The Silicon Forest is the name applied to the cluster of high-technology firms (computer and electronic products) in Washington County. The name echoes that of Silicon Valley, the first successful cluster of such firms in the Bay Area south of San Francisco. The high-technology industry accounted for 19 percent of Oregon's economy in 2005, and the Silicon Forest name has been applied to the industry throughout the state in such places as Corvallis (Benton County), Bend (Deschutes County), and White City (Jackson County). Nevertheless, the name refers primarily to the Portland metropolitan area, where about 1,500 high-tech firms were located as of 2006.
The seeds of the high-technology industry in Oregon were planted in the 1930s with the establishment of the U.S. Forest Service Radio Lab in Portland. With the goal to find ways to communicate effectively with isolated fire lookouts, the lab attracted two inventive young men who would become principals of Oregon's earliest high-tech companies—Douglas Strain (1921-) and Howard Vollum (1913-1986). Strain eventually was named CEO of Brown Engineering (founded in 1944), which became Electro-Scientific Industries, a maker of impedance bridges. In 1946, Vollum, a young Reed College graduate, teamed up with Jack Murdock, an appliance store owner, to found Tektronix, which would become the premier manufacturer of oscilloscopes in the world.
Through much of the post-World War II era, Tektronix was Oregon's largest private employer. In the early 1950s, Tek, as it was known, was located in Washington County to take advantage of the well-educated work force in Portland's suburbs. Brown Engineering and Tektronix, and the companies that followed, were the beginning of the development of Washington County along the Sunset Highway west to the coast—the so-called Sunset Corridor and the epicenter of Oregon's high-tech industry.
Three developments of the last half of the twentieth century propelled the growth of the Silicon Forest. First, in 1963, Governor Mark O. Hatfield and Portland civic leaders founded the Oregon Graduate Center (OGC) to create a major hub for education, research and development (R&D), and manufacturing in then-underdeveloped western Washington County. The new institution was to be the locus of a thriving industrial zone populated by young companies attracted by inexpensive land and nearby R&D support. Even with financial help from private sources (including Howard Vollum's own fortune), Tektronix (which gave the land on which the campus stood), and foundations, OGC never achieved the world-class status it aspired to before being absorbed by Oregon Health Sciences University in 2001. Still, the institution did draw many young entrepreneurs, researchers, and students to the region.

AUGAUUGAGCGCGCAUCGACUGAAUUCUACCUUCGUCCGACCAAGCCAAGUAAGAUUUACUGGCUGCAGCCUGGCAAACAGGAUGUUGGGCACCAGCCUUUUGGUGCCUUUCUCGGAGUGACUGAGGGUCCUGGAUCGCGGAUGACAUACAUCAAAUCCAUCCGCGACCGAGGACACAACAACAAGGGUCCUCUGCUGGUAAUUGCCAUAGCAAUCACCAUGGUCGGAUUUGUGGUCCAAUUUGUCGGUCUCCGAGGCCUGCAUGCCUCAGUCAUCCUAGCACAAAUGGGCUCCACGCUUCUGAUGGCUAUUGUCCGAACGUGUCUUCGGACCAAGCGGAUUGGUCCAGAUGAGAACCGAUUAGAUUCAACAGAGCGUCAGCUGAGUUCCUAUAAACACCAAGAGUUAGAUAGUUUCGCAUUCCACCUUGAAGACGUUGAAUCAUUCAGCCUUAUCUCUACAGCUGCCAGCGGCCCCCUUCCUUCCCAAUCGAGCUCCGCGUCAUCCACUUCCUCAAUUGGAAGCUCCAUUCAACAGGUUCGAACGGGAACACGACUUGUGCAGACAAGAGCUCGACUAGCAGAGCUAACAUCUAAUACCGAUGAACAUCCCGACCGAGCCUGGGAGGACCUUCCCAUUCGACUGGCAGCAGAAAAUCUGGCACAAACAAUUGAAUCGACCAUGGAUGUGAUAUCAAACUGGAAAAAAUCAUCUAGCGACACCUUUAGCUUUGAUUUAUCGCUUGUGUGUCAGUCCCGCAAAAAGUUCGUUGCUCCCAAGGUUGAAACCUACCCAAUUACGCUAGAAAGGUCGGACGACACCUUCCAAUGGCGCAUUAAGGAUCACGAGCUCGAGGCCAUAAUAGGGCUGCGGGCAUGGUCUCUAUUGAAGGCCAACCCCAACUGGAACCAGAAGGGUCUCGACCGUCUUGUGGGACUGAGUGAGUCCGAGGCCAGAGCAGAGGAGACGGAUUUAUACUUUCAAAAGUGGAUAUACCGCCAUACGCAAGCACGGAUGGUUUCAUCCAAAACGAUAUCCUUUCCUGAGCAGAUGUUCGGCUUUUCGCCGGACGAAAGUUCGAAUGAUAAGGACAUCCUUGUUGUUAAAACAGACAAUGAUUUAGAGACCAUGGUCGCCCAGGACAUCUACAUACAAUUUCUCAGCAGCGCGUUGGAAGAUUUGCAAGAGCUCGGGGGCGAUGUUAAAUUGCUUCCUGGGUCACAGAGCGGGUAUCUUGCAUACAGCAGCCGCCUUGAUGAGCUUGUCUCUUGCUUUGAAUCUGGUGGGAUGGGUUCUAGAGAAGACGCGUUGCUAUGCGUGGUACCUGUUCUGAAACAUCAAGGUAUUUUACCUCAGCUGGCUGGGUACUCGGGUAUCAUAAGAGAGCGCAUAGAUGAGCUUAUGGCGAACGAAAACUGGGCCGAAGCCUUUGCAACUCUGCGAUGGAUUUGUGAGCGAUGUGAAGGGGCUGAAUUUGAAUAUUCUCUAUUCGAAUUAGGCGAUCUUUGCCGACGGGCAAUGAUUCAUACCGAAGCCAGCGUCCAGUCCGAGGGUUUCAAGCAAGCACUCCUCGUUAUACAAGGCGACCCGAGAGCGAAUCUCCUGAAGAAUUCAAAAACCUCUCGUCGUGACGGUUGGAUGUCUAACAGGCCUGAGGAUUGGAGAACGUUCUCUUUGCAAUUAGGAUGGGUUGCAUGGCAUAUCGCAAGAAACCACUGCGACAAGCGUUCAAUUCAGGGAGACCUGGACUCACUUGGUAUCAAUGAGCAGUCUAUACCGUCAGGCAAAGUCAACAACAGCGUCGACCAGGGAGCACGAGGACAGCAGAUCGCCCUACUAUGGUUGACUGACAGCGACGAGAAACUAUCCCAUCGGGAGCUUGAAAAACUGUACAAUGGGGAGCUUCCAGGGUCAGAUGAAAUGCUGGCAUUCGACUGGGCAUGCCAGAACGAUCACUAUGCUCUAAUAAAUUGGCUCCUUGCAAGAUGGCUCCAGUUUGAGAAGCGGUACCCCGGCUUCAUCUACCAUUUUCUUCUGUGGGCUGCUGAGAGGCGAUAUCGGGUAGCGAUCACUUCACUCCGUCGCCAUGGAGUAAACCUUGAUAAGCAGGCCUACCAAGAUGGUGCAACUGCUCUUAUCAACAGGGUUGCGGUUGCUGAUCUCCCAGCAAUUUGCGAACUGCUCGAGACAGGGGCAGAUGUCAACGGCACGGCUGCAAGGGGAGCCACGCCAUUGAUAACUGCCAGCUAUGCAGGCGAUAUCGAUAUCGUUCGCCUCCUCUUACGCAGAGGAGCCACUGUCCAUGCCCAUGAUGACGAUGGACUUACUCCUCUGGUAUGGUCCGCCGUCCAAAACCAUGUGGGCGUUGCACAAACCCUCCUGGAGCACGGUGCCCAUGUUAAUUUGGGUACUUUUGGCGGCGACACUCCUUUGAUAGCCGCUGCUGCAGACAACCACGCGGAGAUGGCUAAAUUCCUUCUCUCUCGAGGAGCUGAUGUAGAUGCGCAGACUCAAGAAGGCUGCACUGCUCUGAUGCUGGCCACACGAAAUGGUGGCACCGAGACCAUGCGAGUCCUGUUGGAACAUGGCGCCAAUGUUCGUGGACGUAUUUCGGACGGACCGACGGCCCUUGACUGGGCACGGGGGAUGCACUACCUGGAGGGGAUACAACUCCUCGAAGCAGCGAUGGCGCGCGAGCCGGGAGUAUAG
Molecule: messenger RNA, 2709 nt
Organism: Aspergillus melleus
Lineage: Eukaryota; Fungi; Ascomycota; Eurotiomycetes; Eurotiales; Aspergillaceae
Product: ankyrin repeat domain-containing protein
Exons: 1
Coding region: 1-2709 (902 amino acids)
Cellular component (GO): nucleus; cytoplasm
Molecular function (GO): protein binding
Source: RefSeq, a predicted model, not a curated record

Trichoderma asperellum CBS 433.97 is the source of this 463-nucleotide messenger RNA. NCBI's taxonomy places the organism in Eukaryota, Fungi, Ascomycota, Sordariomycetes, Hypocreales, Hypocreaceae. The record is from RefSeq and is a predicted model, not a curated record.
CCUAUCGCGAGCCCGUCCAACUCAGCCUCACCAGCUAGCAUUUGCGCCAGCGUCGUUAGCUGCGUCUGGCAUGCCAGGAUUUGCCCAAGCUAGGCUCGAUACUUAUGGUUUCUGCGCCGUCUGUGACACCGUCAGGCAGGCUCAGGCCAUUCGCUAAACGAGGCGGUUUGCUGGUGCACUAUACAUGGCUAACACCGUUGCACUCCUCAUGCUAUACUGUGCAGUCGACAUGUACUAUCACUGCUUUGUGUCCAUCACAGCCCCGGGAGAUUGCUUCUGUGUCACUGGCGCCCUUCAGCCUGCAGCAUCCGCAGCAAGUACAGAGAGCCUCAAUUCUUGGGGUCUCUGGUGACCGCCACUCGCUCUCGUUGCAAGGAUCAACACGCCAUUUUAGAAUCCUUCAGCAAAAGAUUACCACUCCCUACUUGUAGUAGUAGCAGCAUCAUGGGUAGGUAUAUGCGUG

Second, by the 1980s, Tektronix's own phenomenal growth began to flag, and many of the bright young scientists, engineers, and executives who had been attracted by the company's promise of unbounded opportunity grew restless. In a phenomenon well known in more mature high-tech centers, the boldest of these former Tek workers spun off companies of their own, sometimes with the help of Tek, sometimes not. Norman Winningstad, for example, founded Floating Point Systems, which designed and manufactured array processors, central processing units that are able to run mathematical operations on multiple data elements simultaneously; and Tom Bruggere started Mentor Graphics, which specialized in a software system for computer-aided engineering.
Third was the opening in 1976 of Intel's first Oregon plant. The world's preeminent maker of silicon chips—computer memory—was attracted by Washington County's inexpensive land and electricity, abundant water, and educated workforce. Over two decades, Intel—expanding worldwide from its home base in Mountain View, California—made Oregon the focus not only of its manufacturing operations but also of its R&D efforts. Subsequently, Intel became Oregon's largest private employer.
A key sub-development coinciding with Intel's arrival in the state was Oregon's abolition of the unitary tax in 1984. The tax was a levy on the worldwide profits of companies operating in Oregon, regardless of whether or not they are headquartered in the state. With no unitary tax, several Japanese firms arrived in Oregon, including Shin-Etsu Handotai (SEH), Nippon Electric Company (NEC), Fujitsu, and Epson. Although some of those firms later left the state, their immediate impact was to attract to Oregon skilled high-tech workers, primary firms, and infrastructural support organizations—materials suppliers, legal and public relations specialists, and the like—which, in turn, attracted other companies. In the Portland metropolitan region between 1988 and the end of the twentieth century, employment in the industry nearly doubled, from about 34,000 to 61,000.
In the early days, the main products of Oregon's Silicon Forest were test and measurement instruments. In the late 1980s and early 1990s, the focus was on product diversification. Since then, the profile of the Silicon Forest has centered on silicon wafer manufacturing, semiconductor design, and display technologies. The Silicon Forest is now one of the most diverse high-technology industry clusters in the nation and an unparalleled asset to the economy of the Portland metropolitan region and the state of Oregon.
Cortright, Joseph., "Growing the Silicon Forest." Metroscape (Summer 2000), 7-12.
Dodds, Gordon B., and Craig Wollner. The Silicon Forest. Portland: Oregon Historical Society Press, 1990.
Mayer, Heike. "Taking Root in the Silicon Forest: High-technology Firms as Surrogate Universities in Portland, Oregon." Journal of the American Planning Association 71 (June 2005): 318-34.